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|Title:||Detecting higher-level similarity patterns in programs||Authors:||Basit, H.A.
|Issue Date:||2005||Citation:||Basit, H.A.,Jarzabek, S. (2005). Detecting higher-level similarity patterns in programs. ESEC/FSE'05 - Proceedings of the Joint 10th European Software Engineering Conference (ESEC) and 13th ACM SIGSOFT Symposium on the Foundations of Software Engineering (FSE-13) : 156-165. ScholarBank@NUS Repository.||Abstract:||Cloning in software systems is known to create problems during software maintenance. Several techniques have been proposed to detect the same or similar code fragments in software, so-called simple clones. While the knowledge of simple clones is useful, detecting design-level similarities in software could ease maintenance even further, and also help us identify reuse opportunities. We observed that recurring patterns of simple clones - so-called structural clones - often indicate the presence of interesting design-level similarities. An example would be patterns of collaborating classes or components. Finding structural clones that signify potentially useful design information requires efficient techniques to analyze the bulk of simple clone data and making non-trivial inferences based on the abstracted information. In this paper, we describe a practical solution to the problem of detecting some basic, but useful, types of design-level similarities such as groups of highly similar classes or files. First, we detect simple clones by applying conventional token-based techniques. Then we find the patterns of co-occurring clones in different files using the Frequent Itemset Mining (FIM) technique. Finally, we perform file clustering to detect those clusters of highly similar files that are likely to contribute to a design-level similarity pattern. The novelty of our approach is application of data mining techniques to detect design level similarities. Experiments confirmed that our method finds many useful structural clones and scales up to big programs. The paper describes our method for structural clone detection, a prototype tool called Clone Miner that implements the method and experimental results. Copyright 2005 ACM.||Source Title:||ESEC/FSE'05 - Proceedings of the Joint 10th European Software Engineering Conference (ESEC) and 13th ACM SIGSOFT Symposium on the Foundations of Software Engineering (FSE-13)||URI:||http://scholarbank.nus.edu.sg/handle/10635/41209||ISBN:||1595930140|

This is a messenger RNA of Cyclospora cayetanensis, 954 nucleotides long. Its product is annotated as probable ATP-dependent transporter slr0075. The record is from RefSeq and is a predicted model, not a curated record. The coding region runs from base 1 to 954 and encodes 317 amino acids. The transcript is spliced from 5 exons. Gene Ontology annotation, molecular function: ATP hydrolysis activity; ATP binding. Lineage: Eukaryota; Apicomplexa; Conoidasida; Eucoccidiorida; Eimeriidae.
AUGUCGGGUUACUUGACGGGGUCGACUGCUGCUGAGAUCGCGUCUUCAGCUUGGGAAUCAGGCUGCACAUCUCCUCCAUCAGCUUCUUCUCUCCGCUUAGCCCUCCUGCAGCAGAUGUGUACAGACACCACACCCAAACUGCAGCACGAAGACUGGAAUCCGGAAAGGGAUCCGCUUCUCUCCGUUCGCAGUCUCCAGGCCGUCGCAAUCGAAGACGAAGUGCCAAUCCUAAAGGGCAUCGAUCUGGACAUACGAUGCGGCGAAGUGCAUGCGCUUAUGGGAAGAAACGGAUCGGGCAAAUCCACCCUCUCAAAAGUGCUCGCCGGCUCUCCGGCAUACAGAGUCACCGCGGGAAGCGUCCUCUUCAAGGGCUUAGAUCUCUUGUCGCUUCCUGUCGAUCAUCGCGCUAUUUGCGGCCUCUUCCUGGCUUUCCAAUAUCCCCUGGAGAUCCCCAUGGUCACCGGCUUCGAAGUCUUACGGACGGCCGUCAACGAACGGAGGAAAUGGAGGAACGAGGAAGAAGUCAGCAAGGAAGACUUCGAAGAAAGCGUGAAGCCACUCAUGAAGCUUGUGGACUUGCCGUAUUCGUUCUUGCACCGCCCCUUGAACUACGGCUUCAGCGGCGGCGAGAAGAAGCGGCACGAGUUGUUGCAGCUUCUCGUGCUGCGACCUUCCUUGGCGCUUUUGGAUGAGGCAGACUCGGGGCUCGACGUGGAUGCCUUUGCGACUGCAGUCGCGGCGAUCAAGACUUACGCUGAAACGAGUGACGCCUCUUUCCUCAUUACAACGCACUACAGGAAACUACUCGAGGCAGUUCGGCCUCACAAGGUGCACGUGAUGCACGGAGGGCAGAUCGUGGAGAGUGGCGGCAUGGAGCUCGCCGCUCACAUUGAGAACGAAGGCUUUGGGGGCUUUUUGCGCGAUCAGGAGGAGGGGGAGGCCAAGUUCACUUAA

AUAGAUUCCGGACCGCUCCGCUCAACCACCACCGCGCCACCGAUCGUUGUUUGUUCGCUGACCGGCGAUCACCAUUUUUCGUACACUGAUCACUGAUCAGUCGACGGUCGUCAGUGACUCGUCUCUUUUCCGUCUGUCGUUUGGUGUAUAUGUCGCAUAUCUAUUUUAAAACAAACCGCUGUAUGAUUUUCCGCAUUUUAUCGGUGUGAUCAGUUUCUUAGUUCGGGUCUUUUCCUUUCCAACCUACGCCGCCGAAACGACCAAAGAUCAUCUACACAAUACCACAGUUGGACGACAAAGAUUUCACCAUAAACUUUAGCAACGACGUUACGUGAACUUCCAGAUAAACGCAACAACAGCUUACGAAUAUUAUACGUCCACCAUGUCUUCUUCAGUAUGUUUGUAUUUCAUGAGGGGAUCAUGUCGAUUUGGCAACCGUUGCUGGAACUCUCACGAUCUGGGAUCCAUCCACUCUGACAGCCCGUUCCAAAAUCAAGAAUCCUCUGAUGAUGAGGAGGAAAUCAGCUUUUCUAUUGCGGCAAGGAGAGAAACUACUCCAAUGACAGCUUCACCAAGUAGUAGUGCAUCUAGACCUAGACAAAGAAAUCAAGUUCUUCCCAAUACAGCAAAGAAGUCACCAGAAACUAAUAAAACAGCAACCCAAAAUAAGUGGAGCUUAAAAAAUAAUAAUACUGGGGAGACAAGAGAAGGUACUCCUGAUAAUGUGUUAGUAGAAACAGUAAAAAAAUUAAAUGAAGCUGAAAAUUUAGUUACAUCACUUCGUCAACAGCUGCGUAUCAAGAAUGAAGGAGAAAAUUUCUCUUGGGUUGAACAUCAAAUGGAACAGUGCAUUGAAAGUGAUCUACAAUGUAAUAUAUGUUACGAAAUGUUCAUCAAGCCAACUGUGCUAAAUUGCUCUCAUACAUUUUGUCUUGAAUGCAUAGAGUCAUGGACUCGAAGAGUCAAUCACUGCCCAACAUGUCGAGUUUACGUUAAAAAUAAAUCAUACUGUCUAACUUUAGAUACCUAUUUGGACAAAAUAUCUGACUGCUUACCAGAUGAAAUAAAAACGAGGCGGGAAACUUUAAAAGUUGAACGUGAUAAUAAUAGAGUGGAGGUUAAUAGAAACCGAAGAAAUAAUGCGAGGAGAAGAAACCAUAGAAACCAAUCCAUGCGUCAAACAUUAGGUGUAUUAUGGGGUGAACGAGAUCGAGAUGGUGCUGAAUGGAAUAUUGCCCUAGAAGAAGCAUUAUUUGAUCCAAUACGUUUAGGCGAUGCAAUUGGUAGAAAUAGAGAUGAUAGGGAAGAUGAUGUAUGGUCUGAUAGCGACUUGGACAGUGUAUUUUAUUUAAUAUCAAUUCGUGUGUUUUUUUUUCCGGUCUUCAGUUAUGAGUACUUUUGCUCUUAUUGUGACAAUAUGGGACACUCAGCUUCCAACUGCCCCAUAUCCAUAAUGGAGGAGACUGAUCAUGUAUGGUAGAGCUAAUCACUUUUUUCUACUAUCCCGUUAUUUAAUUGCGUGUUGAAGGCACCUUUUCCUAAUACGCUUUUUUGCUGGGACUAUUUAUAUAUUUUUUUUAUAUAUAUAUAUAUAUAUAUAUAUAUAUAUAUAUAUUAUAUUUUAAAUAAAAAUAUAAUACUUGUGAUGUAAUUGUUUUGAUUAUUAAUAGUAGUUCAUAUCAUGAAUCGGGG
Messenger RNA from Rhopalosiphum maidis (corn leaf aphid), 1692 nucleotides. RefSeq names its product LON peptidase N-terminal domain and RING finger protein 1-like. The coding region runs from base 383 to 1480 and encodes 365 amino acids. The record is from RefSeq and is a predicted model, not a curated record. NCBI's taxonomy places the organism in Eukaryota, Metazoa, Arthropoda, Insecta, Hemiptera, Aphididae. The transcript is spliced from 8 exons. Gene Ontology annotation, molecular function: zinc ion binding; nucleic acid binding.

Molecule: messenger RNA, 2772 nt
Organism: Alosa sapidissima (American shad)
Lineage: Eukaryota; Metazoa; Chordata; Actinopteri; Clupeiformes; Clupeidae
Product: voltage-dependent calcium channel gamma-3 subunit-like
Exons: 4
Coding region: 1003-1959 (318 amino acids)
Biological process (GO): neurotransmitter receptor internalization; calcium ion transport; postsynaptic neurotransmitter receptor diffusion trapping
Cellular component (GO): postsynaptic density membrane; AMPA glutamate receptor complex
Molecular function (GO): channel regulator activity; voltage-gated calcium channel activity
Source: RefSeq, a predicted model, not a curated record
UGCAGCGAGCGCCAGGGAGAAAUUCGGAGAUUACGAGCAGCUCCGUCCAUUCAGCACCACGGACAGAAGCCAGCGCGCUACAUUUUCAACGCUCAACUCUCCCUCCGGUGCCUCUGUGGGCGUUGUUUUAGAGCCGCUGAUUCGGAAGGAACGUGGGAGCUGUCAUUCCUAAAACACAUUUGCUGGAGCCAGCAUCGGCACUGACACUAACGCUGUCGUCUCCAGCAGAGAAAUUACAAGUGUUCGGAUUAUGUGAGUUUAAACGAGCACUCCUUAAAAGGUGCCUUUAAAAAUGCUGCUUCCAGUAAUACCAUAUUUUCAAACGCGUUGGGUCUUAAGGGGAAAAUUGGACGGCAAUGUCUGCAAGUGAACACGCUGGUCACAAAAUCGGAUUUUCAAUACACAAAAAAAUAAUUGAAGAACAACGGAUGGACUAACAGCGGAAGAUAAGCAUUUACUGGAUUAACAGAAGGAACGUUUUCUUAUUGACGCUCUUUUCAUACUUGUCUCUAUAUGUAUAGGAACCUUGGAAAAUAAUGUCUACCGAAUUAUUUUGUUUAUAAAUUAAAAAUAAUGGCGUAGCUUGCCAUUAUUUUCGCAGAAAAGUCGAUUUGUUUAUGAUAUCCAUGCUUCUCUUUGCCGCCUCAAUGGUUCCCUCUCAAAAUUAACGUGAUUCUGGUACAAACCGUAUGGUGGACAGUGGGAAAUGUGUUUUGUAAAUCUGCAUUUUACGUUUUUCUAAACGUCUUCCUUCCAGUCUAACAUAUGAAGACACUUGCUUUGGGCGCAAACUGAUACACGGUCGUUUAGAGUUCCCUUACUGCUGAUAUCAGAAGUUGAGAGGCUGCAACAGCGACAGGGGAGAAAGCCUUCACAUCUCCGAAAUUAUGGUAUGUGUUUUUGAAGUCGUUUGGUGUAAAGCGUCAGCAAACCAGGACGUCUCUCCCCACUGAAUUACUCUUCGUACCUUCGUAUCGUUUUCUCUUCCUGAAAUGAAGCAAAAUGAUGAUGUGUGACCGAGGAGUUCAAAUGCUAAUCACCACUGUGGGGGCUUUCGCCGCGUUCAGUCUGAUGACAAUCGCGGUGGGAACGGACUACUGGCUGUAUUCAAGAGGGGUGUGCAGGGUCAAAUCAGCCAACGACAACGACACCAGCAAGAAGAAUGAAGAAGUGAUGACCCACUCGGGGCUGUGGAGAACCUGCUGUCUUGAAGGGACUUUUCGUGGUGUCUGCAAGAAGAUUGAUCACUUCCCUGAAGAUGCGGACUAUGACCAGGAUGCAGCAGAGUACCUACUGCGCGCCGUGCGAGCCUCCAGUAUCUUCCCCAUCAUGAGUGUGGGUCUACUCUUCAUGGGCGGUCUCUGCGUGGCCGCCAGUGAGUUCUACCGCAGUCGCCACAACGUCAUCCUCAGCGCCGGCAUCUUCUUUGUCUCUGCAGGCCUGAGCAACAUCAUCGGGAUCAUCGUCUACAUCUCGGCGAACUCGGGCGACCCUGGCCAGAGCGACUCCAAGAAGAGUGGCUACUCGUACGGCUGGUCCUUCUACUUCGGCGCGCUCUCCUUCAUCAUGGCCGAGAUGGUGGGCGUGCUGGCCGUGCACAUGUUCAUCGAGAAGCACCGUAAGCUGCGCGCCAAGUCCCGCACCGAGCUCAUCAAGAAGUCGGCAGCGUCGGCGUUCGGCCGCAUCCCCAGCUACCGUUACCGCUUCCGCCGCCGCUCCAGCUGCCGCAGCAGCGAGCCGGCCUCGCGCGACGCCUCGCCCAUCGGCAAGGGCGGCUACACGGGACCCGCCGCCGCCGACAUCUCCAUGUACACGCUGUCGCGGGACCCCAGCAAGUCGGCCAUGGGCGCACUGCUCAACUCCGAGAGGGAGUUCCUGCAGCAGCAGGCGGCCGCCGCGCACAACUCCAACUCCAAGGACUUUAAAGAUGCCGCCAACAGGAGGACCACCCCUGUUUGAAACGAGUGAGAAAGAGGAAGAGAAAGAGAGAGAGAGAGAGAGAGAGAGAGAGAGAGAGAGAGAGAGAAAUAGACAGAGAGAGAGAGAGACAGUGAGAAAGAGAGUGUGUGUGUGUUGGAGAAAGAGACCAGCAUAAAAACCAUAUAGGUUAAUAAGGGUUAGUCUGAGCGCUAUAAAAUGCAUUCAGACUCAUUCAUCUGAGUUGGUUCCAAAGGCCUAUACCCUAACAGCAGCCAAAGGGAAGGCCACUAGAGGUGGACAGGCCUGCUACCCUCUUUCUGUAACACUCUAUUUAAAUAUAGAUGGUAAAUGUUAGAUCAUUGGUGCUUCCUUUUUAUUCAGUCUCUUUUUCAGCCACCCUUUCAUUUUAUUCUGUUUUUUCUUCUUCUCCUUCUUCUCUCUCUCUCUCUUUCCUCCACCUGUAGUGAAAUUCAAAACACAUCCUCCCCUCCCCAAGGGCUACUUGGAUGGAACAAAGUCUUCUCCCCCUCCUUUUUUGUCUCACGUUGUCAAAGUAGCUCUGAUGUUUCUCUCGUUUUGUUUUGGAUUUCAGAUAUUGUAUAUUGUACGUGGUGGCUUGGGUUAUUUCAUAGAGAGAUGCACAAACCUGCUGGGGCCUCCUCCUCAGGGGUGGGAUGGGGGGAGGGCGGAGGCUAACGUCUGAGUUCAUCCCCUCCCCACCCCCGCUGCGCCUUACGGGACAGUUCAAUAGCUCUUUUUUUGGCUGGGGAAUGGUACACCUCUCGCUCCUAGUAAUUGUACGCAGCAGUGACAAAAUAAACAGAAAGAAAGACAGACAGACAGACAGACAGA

|Appears in Collections:||Staff Publications|
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